Although it is especially optimized for ripping off e-banking users of some institutions based in Russia and Ukraine, the tool goes to great lengths in orderÂ to ensure that it will successfully snatch your account, no matter where you live.
Once on the system, Backdoor.Lavandos.A immediately gets down to business and injects 3 dll files and a driver that are contained within its binary file, each having a precise task of absolute importance for the impeccable functioning of the malware.The original .exe file checks what browsers are installed on the PC in order to generate for each browser a â€œsetupapi.dllâ€ in the installation root folder for MozillaÂ® FirefoxÂ®, OperaÂ® and Internet ExplorerÂ® browsers.
Another .dll file will be created in C:windowssystem32sfcfiles.dll. The clean original sfcfiles.dll file is encrypted and added as a registry value in Â HKEY_LOCAL_MACHINESOFTWARESETTINGSCryptoHash. Furthermore, it is also added tosfcfiles.dat. In order to eliminate any suspicion, the modified & infected sfcfiles.dll will have the same size and attributes as the original file.
The Lavandos dropper will also create a driver in %windir%system32driverssfc.sys. However – and this is extremely interesting about this particular piece of malware – the driver will not remain on the disk longer than necessary. It will be stored into the Windows Registry instead as binary data for discretion reasons.
Inside the intricacies Â of Lavandos
The dll files are used by the malware to automatically update the driver and load it when necessary. Storing the driver in the Registry dramatically reduces the chances for antivirus utilities to pick it up and remove it.
The update code is downloaded from hardcoded URLs that are encrypted and stored into HKLMSOFTWARESETTINGSHashSeedBitDefender labs have identified that the update is downloaded from multiple domains named after the following pattern: http://mv[removed]r.com/vito/page.php, http://at[removed]an.org/vito/page.php, http://s[removed]ler.net/vito/page.php, http://se[removed]dm.cn/vito/page.php, http://a[removed]0.net/vito/page.php, http://g[removed]ks.com/ole21/page.php.
When lib.dll has to load the driver, the data saved in Registry under the value HKLMSOFTWARESETTINGSDriveSettings is decrypted and written on the disk in the file: c:windowssystem32driverssfc.sys. Immediately after the driver is loaded in memory, the file is deleted.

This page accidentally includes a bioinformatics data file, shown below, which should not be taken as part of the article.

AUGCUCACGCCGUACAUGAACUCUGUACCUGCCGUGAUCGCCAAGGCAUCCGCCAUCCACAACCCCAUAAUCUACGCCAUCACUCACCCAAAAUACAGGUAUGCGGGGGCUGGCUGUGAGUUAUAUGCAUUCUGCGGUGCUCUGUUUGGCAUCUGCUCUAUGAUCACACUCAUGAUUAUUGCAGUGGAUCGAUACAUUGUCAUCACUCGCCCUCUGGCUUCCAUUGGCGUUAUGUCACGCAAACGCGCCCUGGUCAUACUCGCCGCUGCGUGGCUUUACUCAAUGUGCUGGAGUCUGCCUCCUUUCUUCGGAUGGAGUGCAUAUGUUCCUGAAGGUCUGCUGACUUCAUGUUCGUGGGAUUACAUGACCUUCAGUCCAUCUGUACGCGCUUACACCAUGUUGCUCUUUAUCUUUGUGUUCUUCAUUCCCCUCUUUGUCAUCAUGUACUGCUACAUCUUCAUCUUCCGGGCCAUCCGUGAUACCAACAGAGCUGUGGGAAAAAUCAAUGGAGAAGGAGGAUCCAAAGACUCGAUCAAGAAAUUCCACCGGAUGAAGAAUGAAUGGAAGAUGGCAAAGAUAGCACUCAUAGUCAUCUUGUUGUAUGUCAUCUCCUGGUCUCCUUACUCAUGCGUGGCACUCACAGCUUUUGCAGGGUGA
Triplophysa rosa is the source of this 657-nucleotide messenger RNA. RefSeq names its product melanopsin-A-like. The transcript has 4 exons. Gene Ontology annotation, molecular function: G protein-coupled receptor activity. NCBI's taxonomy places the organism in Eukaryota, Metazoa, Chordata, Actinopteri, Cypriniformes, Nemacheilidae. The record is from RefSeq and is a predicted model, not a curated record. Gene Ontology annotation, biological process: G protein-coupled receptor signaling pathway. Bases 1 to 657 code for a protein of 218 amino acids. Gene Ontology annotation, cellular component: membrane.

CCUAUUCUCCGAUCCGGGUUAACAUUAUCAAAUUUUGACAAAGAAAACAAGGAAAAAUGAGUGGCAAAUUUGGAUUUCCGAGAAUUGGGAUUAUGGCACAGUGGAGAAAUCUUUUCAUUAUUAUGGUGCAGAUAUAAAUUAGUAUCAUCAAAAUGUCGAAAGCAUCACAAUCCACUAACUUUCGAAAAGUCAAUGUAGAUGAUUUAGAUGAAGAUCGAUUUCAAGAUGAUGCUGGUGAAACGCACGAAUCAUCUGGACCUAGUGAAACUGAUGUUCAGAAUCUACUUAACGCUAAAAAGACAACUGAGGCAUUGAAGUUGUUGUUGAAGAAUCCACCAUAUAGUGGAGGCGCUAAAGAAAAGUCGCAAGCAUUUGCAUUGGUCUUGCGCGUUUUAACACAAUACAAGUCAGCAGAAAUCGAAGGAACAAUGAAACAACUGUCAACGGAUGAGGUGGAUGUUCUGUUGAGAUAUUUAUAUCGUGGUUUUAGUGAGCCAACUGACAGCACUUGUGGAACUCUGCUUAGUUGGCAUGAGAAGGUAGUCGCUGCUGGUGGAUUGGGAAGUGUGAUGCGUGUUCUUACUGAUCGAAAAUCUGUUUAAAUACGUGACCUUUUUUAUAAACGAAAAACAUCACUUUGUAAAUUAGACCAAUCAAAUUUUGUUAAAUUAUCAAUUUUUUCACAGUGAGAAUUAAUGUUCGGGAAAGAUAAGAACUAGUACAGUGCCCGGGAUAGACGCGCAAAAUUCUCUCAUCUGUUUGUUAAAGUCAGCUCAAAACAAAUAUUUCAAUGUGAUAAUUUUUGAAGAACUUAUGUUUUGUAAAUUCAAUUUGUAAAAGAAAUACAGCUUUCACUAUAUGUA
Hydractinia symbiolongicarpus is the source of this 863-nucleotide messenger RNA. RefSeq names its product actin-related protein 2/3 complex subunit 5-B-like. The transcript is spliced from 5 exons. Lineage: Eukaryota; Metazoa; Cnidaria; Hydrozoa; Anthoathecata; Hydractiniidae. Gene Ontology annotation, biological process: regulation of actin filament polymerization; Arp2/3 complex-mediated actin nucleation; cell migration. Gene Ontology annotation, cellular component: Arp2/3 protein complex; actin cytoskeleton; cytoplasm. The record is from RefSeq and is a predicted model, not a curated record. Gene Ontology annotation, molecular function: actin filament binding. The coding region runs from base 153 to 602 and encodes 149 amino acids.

What is particularly interesting about the Trojan is the fact that it will download other 15 dll files named all dll.dll which it will store not on disk, but also as binary data in the Windows Registry.
The first dll.dll file communicates continuously with the server. The goal is to permanantly keep the server addresses updated. Lavandos sends the identification data (the IP address, ports andÂ hostname) of the hijacked computer along with the collected information to the C & C server. This dll file also collects usernames and passwords from e-banking sites by hooking browserâ€™s InternetOpenA and InternetopenW functions. When successfully intercepting a login combination, it hashes the data and stores it into the Registry under the HKLKSoftwareMicrosoftWindows key. Every time it successfully gets an username and a password, it will send all the contents of the above-mentioned Registry key via a POST request to the C & C server.
The second dll.dll file intercepts FTP account information such as hostname, IP, destination port, username and passwords, which will also be encrypted (this time using Base64) and stored into the same Registry key.
The third dll.dll file looks for Registry keys created by specific FTP client software and tries to read from the Registry keys used by each distinct application to â€žmemorizeâ€ the connectioncredentials. The DLL can recognize 14 of the most important freeware and commercial FTP application, which guarantees a high rate of success.
The fourth dll file is a keylogger which hooks the TranslateMessage function, intercepts the pressed key and stores it into a buffer. Moreover, it â€žreadsâ€ the class name of the foreground window; if it is named “java.sun.awt.bifit” (bifit ->banking and finances technologies on internet), the malware takes a screenshot and saves it to the clipboard.
Some of the other dll.dll files intercept various functions in proprietary banking applications and are also used to manipulate browser functions to import certificates or to accept a self-signed certificate as trusted.
Although the backdoor file does not deploy a rootkit driver, it manages to subvert critical Windows functions and to compromise the browserâ€™s and FTP clientâ€™s security. This tricky piece of malware plays all its cards on absolute stealth by keeping an absolute minimum of files written on disk and by keeping data transmission to its bare essentials.
If you have a BitDefender product installed, there is no need to worry, as Backdoor.Lavandos.A has been detected since its emergence. If you don’t have a BitDefender product installed and would like to check whether you are infected or not, we have a free removal tool available for download.
Some information in this article is available courtesy of BitDefender malware researcher Cristina Vatamanu. The removal tool is available courtesy of virus analyst Vlad Craciun.